“No hun, your gonna have to push her out,” Linda said matter-of-factly and so I did and she plopped on the floor through the birthing stool. Sweet relief! In hindsight it seems very hazy in a surreal sort of way. Heather was calling my name to take my baby from beneath the birthing stool, but I felt like I couldn’t move. I did grab my baby from below, her umbilical cord attached to the placenta still inside me. I felt like I didn’t know what to do, ’what do I do?’ I wondered. I could feel everything and I couldn’t comprehend the feeling of the umbilical cord hanging out from within attached to the little person in my arms that I never thought would come. I remember most vividly, the swirl of blonde on the crown of her head, reveling in the relief. The full capacity of my daughter’s birth didn’t really sink in until the next day.
My first shower after having the baby, I stared at the walls inside the bath tub, remembering the time I spent leaning against the tiles, breathing through each contraction. My home holds the memories of the most peaceful birth I’ve ever experienced. Yvette Arya Christine Grove is my fourth baby and a blessed rainbow baby and miracle after the loss of our Hannah last pregnancy.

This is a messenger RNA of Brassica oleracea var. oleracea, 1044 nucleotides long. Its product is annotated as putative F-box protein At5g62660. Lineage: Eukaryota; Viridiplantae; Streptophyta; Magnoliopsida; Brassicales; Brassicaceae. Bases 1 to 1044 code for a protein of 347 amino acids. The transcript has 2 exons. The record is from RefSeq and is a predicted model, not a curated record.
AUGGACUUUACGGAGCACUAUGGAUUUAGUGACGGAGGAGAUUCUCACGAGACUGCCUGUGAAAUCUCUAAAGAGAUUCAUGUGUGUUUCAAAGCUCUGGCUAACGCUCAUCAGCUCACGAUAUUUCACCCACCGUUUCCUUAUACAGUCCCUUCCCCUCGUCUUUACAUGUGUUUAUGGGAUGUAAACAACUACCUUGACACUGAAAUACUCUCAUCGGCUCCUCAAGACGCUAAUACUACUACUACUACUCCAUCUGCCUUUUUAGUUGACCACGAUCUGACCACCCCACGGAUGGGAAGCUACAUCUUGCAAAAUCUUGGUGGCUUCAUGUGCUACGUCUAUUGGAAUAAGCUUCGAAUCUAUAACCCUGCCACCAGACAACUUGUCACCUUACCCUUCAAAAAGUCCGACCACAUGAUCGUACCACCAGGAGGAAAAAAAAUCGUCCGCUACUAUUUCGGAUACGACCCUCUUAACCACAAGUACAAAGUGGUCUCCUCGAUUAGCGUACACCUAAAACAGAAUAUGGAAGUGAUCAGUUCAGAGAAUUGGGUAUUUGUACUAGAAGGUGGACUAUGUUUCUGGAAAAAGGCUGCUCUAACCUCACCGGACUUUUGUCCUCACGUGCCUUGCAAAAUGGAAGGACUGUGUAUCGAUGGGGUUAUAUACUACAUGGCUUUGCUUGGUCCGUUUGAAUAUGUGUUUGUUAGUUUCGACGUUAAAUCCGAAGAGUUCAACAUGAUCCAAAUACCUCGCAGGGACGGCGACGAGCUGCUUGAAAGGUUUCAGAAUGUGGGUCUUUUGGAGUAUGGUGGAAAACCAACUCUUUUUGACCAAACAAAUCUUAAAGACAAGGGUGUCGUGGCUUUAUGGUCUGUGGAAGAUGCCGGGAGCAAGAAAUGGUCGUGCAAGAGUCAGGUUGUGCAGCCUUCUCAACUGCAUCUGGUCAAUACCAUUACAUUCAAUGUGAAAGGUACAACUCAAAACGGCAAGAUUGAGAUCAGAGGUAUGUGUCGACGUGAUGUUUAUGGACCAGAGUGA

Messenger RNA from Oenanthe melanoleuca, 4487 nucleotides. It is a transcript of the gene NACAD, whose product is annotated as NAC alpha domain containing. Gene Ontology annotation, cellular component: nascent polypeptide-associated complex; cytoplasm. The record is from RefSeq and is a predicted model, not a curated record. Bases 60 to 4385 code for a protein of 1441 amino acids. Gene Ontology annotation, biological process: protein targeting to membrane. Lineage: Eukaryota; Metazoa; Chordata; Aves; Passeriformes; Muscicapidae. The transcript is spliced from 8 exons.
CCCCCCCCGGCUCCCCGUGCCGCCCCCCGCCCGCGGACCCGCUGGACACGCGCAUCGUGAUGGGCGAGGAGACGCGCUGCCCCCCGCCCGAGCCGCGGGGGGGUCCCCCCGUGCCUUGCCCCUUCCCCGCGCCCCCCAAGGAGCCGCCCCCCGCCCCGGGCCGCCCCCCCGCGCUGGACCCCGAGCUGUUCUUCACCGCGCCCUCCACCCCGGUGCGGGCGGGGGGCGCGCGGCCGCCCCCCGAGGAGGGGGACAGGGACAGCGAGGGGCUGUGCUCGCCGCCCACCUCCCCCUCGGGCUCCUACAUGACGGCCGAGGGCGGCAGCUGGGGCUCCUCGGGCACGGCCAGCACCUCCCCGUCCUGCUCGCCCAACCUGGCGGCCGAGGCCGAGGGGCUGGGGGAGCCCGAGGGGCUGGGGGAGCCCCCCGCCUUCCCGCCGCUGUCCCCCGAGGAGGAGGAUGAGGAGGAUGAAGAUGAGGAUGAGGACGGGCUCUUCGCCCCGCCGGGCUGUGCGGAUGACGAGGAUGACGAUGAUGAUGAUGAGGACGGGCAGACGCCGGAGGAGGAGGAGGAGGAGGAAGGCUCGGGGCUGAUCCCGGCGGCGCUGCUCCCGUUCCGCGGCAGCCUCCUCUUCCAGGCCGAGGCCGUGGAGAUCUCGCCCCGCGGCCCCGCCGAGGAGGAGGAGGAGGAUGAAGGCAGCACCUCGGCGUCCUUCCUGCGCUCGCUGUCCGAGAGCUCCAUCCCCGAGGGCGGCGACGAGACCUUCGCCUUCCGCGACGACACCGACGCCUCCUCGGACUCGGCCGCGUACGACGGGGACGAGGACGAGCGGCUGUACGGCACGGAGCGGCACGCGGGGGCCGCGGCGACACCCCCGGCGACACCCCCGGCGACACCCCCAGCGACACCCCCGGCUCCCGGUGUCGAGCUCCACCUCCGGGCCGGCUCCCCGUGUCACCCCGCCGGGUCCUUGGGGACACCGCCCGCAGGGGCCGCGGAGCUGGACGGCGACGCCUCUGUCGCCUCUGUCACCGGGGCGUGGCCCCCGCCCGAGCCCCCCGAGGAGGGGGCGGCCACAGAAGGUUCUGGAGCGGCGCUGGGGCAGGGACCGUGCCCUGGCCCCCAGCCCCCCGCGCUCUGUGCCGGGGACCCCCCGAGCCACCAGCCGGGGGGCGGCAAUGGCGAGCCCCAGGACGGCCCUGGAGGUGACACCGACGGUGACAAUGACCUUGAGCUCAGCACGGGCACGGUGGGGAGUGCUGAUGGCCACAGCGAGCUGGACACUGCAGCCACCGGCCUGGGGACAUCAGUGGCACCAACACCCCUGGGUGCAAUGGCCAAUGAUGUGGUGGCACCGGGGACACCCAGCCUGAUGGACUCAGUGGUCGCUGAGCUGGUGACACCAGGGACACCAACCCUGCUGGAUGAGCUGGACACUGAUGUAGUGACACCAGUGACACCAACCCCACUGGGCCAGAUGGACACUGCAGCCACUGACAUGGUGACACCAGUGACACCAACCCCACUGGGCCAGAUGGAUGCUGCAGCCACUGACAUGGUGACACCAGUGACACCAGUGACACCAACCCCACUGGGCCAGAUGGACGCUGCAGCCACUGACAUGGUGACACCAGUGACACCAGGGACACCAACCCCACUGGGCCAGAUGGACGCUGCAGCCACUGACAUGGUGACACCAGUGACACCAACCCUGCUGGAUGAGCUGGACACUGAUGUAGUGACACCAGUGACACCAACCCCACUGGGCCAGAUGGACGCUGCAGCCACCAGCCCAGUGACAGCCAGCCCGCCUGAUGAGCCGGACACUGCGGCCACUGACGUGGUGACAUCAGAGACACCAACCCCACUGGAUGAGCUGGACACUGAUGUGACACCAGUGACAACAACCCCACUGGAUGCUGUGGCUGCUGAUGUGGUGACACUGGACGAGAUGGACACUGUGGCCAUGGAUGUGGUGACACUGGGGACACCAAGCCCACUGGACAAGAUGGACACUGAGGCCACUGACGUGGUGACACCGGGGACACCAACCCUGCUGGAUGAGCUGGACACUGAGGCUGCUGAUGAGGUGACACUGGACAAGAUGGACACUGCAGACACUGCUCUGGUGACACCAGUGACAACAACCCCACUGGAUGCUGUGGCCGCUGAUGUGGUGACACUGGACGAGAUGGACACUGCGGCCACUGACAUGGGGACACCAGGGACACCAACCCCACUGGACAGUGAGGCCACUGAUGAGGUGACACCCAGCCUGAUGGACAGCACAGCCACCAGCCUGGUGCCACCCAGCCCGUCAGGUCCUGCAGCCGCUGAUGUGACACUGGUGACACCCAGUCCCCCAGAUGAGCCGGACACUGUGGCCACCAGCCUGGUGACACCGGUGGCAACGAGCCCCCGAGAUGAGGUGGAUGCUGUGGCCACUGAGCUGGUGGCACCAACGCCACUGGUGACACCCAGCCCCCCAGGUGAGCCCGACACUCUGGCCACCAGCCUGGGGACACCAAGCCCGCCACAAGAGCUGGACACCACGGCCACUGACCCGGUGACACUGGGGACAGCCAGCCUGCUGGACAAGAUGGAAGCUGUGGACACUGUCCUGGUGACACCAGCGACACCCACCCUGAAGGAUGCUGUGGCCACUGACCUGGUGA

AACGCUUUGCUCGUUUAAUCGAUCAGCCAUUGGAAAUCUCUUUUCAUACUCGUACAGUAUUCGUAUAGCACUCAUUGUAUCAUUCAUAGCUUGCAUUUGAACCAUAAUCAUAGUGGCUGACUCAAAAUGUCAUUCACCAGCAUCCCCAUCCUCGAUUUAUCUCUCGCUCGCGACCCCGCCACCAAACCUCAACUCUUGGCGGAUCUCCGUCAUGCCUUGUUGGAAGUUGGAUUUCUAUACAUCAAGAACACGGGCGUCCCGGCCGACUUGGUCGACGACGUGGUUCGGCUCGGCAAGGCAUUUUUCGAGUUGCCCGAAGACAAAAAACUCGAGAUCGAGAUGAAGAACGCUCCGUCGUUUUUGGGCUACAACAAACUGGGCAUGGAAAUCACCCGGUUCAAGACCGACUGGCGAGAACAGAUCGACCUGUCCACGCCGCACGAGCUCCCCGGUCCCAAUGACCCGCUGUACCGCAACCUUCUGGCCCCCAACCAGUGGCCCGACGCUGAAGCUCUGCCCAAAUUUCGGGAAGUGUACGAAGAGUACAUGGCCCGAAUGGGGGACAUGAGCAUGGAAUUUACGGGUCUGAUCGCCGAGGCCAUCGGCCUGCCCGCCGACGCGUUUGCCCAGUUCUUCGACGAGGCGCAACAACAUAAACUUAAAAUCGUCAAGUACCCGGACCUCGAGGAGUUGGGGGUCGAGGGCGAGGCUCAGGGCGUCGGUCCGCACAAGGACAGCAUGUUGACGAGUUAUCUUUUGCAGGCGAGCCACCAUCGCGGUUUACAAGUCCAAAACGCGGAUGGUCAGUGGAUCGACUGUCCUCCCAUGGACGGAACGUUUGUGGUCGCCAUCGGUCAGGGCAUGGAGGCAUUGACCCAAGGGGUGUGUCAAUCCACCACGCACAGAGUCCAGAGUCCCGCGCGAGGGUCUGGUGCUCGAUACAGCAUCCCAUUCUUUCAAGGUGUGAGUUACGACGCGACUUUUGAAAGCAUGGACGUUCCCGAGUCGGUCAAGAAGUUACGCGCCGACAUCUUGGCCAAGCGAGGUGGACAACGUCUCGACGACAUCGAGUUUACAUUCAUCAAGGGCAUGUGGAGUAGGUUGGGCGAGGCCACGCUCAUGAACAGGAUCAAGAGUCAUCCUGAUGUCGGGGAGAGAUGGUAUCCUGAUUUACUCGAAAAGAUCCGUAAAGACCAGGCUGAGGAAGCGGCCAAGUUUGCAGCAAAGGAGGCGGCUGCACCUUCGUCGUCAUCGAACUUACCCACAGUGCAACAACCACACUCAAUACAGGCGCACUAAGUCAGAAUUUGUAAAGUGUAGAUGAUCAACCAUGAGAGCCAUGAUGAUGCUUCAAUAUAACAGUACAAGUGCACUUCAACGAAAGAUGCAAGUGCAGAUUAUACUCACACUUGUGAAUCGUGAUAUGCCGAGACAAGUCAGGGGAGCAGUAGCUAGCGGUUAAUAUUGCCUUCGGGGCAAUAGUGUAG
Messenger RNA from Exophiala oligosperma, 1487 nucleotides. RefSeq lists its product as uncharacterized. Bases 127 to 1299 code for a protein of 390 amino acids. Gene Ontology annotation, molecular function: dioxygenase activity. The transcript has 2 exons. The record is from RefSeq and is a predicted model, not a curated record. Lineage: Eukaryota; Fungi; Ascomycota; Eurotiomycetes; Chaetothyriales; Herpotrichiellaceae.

My mother in law is a nurse and after witnessing this beautiful event she is a convert to the homebirth way of life. She witnessed Yvette born into such peace and love that she says she could never see it done any other way. Our home is truly blessed!!!